Review: Infamous

by Tom Ingram

Back in the day, we used to go to my cousin’s house. The four of us would crowd around the TV in his basement and play video games. This was early in the 6th generation; we were Gamecube people through and through, but my cousin had a Playstation. We played through some of the best games of that period–Jak and Daxter, Crash Bandicoot, Okage: Shadow King. It was a lot of fun. Most of the time I wasn’t even playing–I’m terrible at most games, so it would have been hour after hour of watching Crash fall headlong into a bottomless pit. Still, it was a great time even if you were just watching.

Lately I’ve been catching up on what’s been happening in the gaming world over the last few years. You see, I’ve been really busy and, while I could have made time for gaming if I really wanted, the latest generation feels like it’s missing something. So I haven’t really kept up to date, aside from regularly watching Zero Punctuation. In the last little while, I’ve had some free time, so I played Heavy Rain and am now working through Infamous. When I started the game, I was skeptical. It looked just like the rest of the games that have been coming out lately, the ones that look like a blander version of real life.

At one in the morning, hours after I started, I was jumping from rooftop to rooftop taking potshots at civilians with my electric superpowers when I realized what it is I’ve been missing all these years: fun. That’s right, F-U-N, fun. The Playstation and Xbox games aren’t good enough to be taken seriously, but they try anyway. Wii games are frustrating and dull. But Infamous takes me back to the days when games were allowed to be fun. I thought they didn’t make them like this anymore.

Infamous is a sandbox game with a twist–you can climb on absolutely anything, and falls don’t hurt you. This lets you explore the city to its fullest extent. I thought Fallout 3 had a very nice sandbox, but it takes so long to get places that as the game wears on it becomes frustrating, and you hardly ever do it anymore. But in Infamous, getting around is half the fun. By removing one of the small concessions to realism that’s present in almost all games of this type, they actually made it more entertaining than it might otherwise be. Jumping across rooftops is terrific, but if there’s a big risk of falling you’d be less inclined to do it. Most of the time, you can point yourself in the direction of a mission, push the control stick forward, and make it quickly across the city without skirting around any obstacles. That’s my idea of fun.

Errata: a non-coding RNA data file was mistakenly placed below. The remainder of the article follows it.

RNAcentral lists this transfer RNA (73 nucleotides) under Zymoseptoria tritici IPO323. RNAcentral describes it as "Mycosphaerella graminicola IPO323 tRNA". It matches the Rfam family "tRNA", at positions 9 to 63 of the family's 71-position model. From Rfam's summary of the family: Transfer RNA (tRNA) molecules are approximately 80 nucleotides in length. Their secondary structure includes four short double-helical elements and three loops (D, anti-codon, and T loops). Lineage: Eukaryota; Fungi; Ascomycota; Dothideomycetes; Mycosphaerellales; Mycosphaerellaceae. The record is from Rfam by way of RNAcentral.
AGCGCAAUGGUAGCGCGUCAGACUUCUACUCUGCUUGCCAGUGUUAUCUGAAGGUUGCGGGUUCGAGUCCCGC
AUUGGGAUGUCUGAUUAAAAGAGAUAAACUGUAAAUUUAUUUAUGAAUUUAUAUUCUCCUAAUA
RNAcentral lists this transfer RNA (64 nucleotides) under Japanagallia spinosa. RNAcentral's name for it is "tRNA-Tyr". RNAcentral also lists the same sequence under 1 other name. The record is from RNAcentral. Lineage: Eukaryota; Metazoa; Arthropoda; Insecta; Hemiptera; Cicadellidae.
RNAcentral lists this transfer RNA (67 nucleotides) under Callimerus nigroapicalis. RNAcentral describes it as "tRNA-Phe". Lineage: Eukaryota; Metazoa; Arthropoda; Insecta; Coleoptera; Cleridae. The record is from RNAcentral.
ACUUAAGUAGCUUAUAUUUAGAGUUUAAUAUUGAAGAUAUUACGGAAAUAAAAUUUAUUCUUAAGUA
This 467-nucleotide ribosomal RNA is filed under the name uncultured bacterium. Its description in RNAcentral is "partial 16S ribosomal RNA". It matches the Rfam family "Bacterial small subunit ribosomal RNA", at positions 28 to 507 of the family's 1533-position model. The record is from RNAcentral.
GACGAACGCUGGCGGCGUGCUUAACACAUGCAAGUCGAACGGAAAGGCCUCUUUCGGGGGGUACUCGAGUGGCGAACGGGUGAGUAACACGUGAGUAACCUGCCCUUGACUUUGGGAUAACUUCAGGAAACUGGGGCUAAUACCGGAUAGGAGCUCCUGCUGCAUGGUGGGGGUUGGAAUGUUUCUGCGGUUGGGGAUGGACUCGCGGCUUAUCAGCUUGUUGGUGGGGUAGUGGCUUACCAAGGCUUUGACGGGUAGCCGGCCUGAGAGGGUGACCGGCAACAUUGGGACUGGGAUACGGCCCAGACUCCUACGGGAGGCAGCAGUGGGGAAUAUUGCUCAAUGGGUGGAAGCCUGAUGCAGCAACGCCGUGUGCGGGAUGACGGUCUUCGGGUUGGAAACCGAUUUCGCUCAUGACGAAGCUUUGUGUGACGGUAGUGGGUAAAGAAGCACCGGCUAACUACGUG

There is a moral choice mechanic which, as many have already said, usually involves deciding between a straightforwardly good action or a ludicrously cruel non-sequitur. You have to pick one extreme or the other, because the high-level unlockables require a certain karma rank. The system is broken, but it doesn’t affect gameplay much. I decided early on to be evil when I noticed that in the heat of battle it’s hard to tell enemies from bystanders, and I didn’t want to go to the trouble of rigorously identifying all my targets before I killed them. And it’s fun to bicycle kick pedestrians.

The game’s weakest point is its side missions, many of which make no sense. Some of them involve stealthily following a courier to see where he drops a package. If I’m going to steal the goods when he drops them anyway, why not just kick the shit out of him now? Sometimes the “Reapers” have planted surveillance devices on somebody’s building, and it’s up to you to disable them. Why? First of all, why is a gang of disorganized anarchist junkies using surveillance devices in the first place? Even if they were smart enough to think of it, what do they gain? These are just random people. I understand killing them or stealing from them, but spying on them? Is it out of some sort of sick voyeuristic urge common to all the villains of Infamous? The devices are all on the outside of the building. What are they spying on? Why do they have a big blinking red light if they’re supposed to be secret? Most importantly, how’d they get there? The reapers don’t have my mad climbing skills.

Anyway, the side missions are poorly justified and many of them are duplicates. The story missions aren’t great, either–what I’ve seen so far of the plot is mostly nonsense, and the usual caveats about video game voice-acting apply. But the missions provide a suitable outlet for what Infamous is really about: busting heads. And at that, it is wonderful. This game has restored my faith in the gaming industry. It’s an entertaining, violent romp through a postapocalyptic city that was clearly developed with the goal of creating an enjoyable experience. There’s no bullshit here. Infamous is the real thing–A throwback to the good old days when fun mattered.

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